DocuSign (NASDAQ:DOCU) has been a public company for only a little more than two years, but for shareholders it's been an amazing run, with the stock trouncing the market, up over 260% from its first day of trading in April 2018. This 17-year-old company just reached a key milestone of $1 billion in trailing-12-month revenue, but in many ways the company is just getting started.

DOCU Chart

Stock prices from April 26, 2018 through June 9, 2020 DOCU data by YCharts

Let's take a closer look at the business, its growth levers, and how the COVID-19 crisis is accelerating product adoption, and then we'll wrap up with why the best is yet to come for this e-signature specialist. 

The business of e-signatures

Most are familiar with DocuSign's e-signature product through a real estate transaction or other document where your agreement was captured electronically. But what most people don't realize is that over two-thirds of e-signature transactions happen in other enterprise software tools where the function has been built in. The company has integrations with more than 350 applications, including from many of the major software vendors. When customers integrate an e-signature into their existing business process, CEO Daniel Springer explained in the most recent earnings call, "those [situations] are the ones that we get most excited about, because ... [they] are the stickiest."

The business has grown significantly, and its most recent quarter further highlights the popularity of the platform. Customer count grew 30% year over year to 660,000; revenue grew 39% to $297 million; and billings, an indicator of contract dollar value increases, grew an amazing 59% to $342 million. Once customers sign on, on average they increase spending every year. Over the last five quarters, DocuSign's net dollar retention rate has ranged between 112% and 119%, with the most recent quarter on the high end at 119%. Customers with annual contract values exceeding $300,000 grew an amazing 46% year over year to 473. The company is still not profitable, but that's because it is investing in its growth.

There are numerous ways to grow 

DocuSign grows its relationship with customers over time with a "land-and-expand" model. Getting new customers started with the e-signature product is easy with a self-service model on its website. After the first user tries the product, adoption spreads as the productivity benefits are hard to ignore. As businesses begin to digitize their paper signatures, they might become candidates for contract management tools.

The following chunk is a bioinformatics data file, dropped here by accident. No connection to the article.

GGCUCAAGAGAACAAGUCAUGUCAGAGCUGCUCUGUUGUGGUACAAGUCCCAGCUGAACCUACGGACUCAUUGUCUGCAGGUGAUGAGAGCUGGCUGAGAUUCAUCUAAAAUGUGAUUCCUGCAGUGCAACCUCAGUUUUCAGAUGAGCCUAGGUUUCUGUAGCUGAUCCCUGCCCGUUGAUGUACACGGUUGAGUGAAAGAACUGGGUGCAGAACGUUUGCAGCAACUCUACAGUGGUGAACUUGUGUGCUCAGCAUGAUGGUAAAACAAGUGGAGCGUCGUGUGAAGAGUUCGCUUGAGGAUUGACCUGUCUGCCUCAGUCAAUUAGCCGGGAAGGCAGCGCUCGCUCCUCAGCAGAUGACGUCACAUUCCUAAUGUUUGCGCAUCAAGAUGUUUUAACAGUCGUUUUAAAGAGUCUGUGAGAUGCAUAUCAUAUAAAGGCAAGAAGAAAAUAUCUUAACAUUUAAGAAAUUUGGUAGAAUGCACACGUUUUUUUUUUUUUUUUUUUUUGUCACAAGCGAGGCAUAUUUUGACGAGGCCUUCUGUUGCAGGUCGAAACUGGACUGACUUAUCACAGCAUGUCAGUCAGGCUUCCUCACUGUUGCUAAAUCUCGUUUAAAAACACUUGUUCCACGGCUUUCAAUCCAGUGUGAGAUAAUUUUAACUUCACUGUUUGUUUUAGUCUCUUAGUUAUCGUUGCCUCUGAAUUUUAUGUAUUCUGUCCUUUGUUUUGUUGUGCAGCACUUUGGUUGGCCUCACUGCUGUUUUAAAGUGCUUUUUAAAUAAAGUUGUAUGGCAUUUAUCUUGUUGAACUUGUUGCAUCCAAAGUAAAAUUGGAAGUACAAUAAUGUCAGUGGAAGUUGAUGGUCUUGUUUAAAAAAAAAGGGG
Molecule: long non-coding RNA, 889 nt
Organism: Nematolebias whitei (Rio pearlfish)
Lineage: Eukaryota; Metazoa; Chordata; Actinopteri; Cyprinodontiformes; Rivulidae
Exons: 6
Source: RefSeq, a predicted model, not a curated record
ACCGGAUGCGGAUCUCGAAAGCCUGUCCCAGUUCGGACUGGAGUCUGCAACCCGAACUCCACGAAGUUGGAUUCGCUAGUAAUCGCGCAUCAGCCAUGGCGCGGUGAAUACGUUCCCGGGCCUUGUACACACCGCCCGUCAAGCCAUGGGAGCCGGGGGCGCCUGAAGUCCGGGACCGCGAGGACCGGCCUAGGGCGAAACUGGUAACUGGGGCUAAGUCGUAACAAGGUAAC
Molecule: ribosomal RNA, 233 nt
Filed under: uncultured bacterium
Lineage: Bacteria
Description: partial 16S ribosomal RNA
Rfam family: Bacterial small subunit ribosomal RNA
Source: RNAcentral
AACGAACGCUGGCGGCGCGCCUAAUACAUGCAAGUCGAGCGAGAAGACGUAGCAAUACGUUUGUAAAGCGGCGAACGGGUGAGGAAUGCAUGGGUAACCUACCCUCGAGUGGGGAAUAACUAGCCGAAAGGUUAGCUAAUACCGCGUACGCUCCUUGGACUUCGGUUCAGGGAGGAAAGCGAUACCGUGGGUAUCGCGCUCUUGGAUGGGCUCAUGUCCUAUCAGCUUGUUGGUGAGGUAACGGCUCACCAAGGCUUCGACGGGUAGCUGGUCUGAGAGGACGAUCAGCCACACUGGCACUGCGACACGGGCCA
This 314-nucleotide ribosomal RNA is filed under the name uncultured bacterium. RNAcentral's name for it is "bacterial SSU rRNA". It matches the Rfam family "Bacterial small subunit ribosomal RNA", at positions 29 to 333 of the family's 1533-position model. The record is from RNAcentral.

A finger pressing a computer key marked with the word "sign"

Image source: Getty Images

With its acquisition of SpringCM for $220 million in July 2018, DocuSign entered the life-cycle contract management space. Since then it's integrated the software, received a Gartner Magic Quadrant "leader" rating, and started to cross-sell this end-to-end contract management tool to its massive customer base. This powerful tool set doubles the company's addressable market to $50 billion annually.

The company has also recently acquired and integrated an artificial intelligence (AI) contract platform, Seal, into its Agreement Cloud product suite. CEO Springer explained in the most recent conference call how DocuSign used this product to help a regional telecom provider to "analyze potential pandemic-related risks in thousands of their supplier contracts." Even though this AI product's revenue isn't expected to be material in the coming year, this example shows how the pandemic is getting companies to think harder about their digital transformation efforts.

Coronavirus is accelerating the digital transformation

[Customers] knew at some point they were going to have to do more digital transformation to their business and COVID-19 has accelerated it.
-- Springer

Springer explained that the coronavirus is helping eliminate two of the sticking points it's had getting organizations to adopt e-signatures. The first was getting businesses to think beyond "the way things have always been done." Changing employee and organizational behavior is hard, but with many businesses dealing with work-from-home situations, it pushed people to think differently about how to get things done.

The second barrier is what Springer called "perceived regulations." Even existing customers may not have expanded usage due to embedded practices and a mindset that digitization couldn't be done for legal reasons. As the pandemic made gathering paper signatures extremely difficult, it forced customers to examine whether things were legally allowed. As customers discover the wide acceptance of electronic signatures, DocuSign is ready to help them transition.

The bottom line for investors

With a solid foundation of $1 billion in annual revenue, multiple growth engines, and customers looking to accelerate digital transformations, this e-signature specialist is just getting started. As it's only tapped a small fraction of its massive $50 billion addressable market, the best is still yet to come for this growth stock. For investors, it's not too late to consider signing on as a long-term shareholder.